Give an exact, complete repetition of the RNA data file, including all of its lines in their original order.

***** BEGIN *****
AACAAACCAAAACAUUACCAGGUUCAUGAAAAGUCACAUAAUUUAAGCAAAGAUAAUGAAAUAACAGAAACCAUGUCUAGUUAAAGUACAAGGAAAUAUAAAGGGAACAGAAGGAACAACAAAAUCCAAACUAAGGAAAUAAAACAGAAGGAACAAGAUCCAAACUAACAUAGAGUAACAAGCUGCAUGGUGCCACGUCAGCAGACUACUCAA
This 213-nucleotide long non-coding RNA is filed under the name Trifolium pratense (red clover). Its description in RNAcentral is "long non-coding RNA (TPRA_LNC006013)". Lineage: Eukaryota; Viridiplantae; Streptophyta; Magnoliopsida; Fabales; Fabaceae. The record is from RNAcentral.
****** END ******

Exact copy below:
AACAAACCAAAACAUUACCAGGUUCAUGAAAAGUCACAUAAUUUAAGCAAAGAUAAUGAAAUAACAGAAACCAUGUCUAGUUAAAGUACAAGGAAAUAUAAAGGGAACAGAAGGAACAACAAAAUCCAAACUAAGGAAAUAAAACAGAAGGAACAAGAUCCAAACUAACAUAGAGUAACAAGCUGCAUGGUGCCACGUCAGCAGACUACUCAA
This 213-nucleotide long non-coding RNA is filed under the name Trifolium pratense (red clover). Its description in RNAcentral is "long non-coding RNA (TPRA_LNC006013)". Lineage: Eukaryota; Viridiplantae; Streptophyta; Magnoliopsida; Fabales; Fabaceae. The record is from RNAcentral.